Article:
jim2 Monkey+++

    I sent this along to others. This is a pretty sorry bunch, and I wish the 53% of fools in this country would have to eat their corporate crap and the rest of us do as we like. Sorry %$#@#%%&!jim
  6. Cephus

    Cephus Monkey+++ Founding Member

    I'm pretty sure that won't fly around here ,not enough Officers that ain't related somebody on this path they call a road to enforce it .
  7. Tango3

    Tango3 Aimless wanderer


    [FONT=Verdana,Arial]Rachel's Democracy & Health News #836 [Printer-friendly version]
    January 5, 2006


    [FONT=Arial Narrow,Verdana][FONT=Verdana, Arial][Rachel's introduction: Many people around the world resist eating
    genetically modified foods (GMOs), and they still have a choice. But
    pollen carried on the wind is slowly contaminating much of the
    world's cropland with GMOs. One of these days, there won't much left
    to call "organically grown" or non-GMO crops. Then most of us will be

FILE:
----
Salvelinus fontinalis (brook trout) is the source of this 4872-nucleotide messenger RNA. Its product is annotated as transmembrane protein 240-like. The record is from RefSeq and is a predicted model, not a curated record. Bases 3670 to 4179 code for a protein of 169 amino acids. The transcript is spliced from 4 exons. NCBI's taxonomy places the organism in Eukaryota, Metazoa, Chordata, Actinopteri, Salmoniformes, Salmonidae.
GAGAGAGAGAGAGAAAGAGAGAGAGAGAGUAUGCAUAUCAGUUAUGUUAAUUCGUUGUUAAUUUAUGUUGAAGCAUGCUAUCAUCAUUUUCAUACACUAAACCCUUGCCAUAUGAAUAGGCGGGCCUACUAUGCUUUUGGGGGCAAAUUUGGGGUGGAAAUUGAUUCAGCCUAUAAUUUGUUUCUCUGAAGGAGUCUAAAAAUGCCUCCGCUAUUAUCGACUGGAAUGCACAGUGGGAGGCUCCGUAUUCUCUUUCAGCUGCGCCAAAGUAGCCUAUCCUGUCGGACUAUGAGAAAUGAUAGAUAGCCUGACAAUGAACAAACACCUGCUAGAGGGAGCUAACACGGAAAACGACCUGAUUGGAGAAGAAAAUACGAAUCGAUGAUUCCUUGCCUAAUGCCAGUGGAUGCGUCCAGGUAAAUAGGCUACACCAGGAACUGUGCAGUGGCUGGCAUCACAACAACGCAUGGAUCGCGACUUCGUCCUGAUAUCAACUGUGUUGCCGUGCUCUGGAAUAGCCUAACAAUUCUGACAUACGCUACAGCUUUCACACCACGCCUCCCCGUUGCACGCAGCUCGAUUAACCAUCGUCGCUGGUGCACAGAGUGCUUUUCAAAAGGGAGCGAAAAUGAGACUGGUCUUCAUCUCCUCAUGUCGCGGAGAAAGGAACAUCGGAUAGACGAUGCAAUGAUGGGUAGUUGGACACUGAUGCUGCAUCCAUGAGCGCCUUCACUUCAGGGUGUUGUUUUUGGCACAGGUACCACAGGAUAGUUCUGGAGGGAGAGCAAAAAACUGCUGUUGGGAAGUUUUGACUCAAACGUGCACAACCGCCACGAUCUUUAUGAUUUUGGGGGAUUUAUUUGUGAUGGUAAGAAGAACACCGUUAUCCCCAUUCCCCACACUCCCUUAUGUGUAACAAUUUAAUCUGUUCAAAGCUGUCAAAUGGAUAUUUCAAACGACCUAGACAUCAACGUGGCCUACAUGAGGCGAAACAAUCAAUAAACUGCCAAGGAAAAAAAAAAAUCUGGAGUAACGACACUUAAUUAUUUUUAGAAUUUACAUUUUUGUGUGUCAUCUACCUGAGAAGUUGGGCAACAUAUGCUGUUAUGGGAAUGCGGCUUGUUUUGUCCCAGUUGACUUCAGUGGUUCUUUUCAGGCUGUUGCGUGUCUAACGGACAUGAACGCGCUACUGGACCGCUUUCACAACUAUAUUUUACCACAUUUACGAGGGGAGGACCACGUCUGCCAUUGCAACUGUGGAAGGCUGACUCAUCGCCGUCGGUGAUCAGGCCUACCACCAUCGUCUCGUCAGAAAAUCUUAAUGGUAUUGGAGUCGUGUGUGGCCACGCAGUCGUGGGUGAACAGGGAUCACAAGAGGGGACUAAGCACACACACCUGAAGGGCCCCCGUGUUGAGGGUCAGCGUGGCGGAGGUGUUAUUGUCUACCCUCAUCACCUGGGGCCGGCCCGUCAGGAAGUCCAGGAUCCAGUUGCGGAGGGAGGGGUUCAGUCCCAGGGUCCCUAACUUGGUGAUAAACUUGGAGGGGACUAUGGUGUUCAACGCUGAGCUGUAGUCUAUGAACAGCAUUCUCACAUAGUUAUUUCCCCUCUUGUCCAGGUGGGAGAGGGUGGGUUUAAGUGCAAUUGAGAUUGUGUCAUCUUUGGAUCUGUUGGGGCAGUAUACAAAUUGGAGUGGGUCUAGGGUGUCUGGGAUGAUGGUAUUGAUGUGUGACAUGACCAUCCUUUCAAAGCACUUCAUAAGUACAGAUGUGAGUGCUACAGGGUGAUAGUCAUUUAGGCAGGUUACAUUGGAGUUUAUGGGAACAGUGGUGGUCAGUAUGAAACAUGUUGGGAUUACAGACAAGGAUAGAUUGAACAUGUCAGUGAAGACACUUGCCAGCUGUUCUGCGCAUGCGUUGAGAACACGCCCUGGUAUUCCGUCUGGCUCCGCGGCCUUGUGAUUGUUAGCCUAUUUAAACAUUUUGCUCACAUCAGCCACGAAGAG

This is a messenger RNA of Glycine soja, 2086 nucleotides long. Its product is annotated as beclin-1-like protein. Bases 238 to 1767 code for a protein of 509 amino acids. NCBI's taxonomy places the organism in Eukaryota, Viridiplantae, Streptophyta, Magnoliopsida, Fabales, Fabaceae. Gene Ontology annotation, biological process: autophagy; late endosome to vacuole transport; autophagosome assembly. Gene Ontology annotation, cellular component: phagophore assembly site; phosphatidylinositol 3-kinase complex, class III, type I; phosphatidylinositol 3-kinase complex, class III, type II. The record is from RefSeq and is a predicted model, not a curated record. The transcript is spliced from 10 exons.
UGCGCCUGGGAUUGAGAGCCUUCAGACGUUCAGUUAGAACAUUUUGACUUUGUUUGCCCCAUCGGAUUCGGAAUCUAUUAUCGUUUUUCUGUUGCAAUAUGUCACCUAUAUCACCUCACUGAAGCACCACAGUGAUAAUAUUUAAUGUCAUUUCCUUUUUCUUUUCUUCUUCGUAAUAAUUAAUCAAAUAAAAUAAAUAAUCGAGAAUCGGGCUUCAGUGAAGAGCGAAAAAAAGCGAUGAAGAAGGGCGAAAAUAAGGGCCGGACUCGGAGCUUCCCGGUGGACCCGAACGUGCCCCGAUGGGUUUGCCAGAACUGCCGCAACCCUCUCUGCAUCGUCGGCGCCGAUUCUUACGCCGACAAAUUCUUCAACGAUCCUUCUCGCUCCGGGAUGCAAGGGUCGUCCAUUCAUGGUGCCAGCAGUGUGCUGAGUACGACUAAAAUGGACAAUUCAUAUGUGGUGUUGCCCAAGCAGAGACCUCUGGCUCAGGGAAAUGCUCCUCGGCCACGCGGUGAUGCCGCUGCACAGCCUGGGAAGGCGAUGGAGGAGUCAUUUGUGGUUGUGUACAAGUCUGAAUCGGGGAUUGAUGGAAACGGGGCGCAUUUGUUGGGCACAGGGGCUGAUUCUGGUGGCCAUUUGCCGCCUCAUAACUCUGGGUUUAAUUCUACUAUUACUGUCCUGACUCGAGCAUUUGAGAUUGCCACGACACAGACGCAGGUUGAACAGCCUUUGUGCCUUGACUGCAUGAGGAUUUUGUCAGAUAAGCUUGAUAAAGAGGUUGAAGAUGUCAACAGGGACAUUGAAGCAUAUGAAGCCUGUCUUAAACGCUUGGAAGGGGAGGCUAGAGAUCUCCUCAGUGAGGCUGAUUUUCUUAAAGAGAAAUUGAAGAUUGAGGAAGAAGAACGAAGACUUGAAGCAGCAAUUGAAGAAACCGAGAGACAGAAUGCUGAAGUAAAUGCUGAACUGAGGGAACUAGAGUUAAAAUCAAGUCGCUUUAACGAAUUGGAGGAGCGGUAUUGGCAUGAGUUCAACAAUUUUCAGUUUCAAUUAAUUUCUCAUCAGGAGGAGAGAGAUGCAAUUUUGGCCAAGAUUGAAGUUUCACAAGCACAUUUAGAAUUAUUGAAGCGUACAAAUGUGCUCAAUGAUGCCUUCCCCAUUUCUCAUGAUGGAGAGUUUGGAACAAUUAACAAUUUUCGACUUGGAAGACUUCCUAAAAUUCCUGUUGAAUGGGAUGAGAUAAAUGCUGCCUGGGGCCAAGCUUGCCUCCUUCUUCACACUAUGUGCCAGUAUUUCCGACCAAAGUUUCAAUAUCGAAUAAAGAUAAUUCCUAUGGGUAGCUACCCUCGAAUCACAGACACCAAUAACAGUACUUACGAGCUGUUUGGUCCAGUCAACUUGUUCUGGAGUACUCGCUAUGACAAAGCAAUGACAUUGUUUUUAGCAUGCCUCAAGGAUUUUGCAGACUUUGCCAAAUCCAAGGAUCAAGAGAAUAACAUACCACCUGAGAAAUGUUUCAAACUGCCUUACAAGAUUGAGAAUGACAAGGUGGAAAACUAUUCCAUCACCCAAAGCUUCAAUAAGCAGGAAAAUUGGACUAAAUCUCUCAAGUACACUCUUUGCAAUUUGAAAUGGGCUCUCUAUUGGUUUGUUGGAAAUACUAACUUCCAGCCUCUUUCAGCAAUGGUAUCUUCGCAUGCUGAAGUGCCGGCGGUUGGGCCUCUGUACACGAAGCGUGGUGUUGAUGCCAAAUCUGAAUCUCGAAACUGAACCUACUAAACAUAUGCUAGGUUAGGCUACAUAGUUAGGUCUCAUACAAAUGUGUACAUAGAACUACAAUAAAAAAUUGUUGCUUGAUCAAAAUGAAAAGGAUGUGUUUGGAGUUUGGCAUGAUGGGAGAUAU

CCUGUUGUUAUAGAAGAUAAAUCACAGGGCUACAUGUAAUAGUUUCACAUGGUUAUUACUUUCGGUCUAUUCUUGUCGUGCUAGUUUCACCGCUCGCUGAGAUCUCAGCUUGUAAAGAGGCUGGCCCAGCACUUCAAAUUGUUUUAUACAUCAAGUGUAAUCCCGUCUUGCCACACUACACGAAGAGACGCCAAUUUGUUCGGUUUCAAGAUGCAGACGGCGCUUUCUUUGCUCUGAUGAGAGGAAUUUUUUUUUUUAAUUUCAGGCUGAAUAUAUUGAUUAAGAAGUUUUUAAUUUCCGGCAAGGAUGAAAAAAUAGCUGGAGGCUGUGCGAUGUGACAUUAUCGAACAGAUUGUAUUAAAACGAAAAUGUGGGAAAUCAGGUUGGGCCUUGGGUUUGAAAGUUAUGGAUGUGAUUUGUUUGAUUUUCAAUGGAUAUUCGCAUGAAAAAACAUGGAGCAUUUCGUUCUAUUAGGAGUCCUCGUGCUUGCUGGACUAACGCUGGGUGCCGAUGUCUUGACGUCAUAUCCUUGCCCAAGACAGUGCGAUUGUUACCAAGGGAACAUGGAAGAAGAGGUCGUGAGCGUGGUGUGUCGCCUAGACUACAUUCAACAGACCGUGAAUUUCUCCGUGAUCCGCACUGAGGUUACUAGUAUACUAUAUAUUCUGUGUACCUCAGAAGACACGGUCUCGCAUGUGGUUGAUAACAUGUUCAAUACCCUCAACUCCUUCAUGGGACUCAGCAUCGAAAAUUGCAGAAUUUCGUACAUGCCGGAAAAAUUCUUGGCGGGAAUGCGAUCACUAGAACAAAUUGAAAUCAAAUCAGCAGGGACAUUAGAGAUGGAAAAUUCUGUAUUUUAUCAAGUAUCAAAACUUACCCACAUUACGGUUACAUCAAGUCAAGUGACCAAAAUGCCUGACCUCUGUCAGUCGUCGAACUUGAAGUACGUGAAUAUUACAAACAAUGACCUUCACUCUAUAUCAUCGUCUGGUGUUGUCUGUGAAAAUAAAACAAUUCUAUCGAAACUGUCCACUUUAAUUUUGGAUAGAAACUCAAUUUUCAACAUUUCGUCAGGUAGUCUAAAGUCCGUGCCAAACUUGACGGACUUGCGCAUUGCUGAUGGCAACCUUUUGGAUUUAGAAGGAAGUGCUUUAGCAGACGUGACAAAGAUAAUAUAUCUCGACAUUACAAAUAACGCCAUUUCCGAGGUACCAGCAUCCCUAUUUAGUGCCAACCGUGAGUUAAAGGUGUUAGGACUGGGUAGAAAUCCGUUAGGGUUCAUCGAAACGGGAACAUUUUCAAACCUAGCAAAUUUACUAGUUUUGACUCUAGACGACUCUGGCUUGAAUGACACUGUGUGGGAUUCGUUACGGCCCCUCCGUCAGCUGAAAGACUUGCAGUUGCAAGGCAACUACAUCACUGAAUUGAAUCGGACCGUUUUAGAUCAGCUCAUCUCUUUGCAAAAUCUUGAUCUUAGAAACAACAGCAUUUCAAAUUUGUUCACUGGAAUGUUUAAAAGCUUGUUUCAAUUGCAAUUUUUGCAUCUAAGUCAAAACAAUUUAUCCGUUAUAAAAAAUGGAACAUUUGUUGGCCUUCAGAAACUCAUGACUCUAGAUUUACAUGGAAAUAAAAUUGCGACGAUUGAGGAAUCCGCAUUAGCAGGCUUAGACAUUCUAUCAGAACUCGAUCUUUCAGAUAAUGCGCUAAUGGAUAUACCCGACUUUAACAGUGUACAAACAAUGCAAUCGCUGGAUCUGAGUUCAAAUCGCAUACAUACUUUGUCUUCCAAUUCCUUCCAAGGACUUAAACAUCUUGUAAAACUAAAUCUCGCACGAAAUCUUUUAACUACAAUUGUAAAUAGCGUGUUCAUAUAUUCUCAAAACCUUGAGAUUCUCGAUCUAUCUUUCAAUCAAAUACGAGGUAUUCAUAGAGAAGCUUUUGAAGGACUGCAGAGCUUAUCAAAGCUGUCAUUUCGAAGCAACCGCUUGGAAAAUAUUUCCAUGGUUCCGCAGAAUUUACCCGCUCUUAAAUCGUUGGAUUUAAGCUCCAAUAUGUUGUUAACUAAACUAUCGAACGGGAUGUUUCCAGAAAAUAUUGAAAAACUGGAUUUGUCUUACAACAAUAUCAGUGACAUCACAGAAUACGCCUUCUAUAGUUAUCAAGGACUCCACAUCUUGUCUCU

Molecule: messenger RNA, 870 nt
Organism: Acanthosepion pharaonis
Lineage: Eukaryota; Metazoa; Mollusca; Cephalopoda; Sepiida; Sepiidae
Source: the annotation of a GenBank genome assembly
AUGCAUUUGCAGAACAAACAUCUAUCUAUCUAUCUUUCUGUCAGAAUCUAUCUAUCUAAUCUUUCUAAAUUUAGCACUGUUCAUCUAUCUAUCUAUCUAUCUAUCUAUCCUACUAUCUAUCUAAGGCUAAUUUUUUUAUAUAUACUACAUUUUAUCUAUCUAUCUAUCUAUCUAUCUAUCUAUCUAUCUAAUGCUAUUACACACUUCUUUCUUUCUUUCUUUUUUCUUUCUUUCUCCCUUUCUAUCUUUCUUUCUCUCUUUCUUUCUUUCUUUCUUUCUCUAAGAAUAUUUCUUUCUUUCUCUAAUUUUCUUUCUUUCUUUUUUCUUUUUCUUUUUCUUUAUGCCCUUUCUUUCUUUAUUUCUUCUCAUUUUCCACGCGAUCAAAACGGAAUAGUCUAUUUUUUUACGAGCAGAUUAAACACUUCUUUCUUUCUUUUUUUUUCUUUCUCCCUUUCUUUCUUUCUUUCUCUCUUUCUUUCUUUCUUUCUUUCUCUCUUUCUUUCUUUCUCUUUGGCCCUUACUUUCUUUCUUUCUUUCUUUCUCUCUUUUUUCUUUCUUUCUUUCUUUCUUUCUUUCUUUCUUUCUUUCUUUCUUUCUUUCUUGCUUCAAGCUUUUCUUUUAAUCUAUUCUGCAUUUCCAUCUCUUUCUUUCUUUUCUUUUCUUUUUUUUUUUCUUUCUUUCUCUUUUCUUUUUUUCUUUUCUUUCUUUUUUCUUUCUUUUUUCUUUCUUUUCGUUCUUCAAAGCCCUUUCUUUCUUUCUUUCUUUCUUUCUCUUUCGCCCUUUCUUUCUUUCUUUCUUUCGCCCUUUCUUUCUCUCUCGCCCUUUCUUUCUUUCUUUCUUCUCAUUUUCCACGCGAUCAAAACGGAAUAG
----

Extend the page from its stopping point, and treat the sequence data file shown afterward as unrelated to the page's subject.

eating food grown from seeds patented by Monsanto and Dow.]

    By Peter Montague

    Felix Ballarin spent 15 years of his life developing a special
    organically-grown variety of red corn. It would bring a high price on
    the market because local chicken farmers said the red color lent a
    rosy hue to the meat and eggs from their corn-fed chickens. But when
    the corn emerged from the ground last year, yellow kernels were mixed
    with the red. Government officials later confirmed with DNA tests that
    Mr. Ballarin's crop had become contaminated with a genetically
    modified (GMO) strain of corn.

    Because Mr. Ballarin's crop was genetically contaminated, it no longer
    qualified as "organically grown," so it no longer brought a premium
    price. Mr. Ballarin's 15-year investment was destroyed overnight by
    what is now commonly known as "genetic contamination." This is a new
    phenomenon, less then 10 years old -- but destined to be a permanent
    part of the brave new world that is being cobbled together as we speak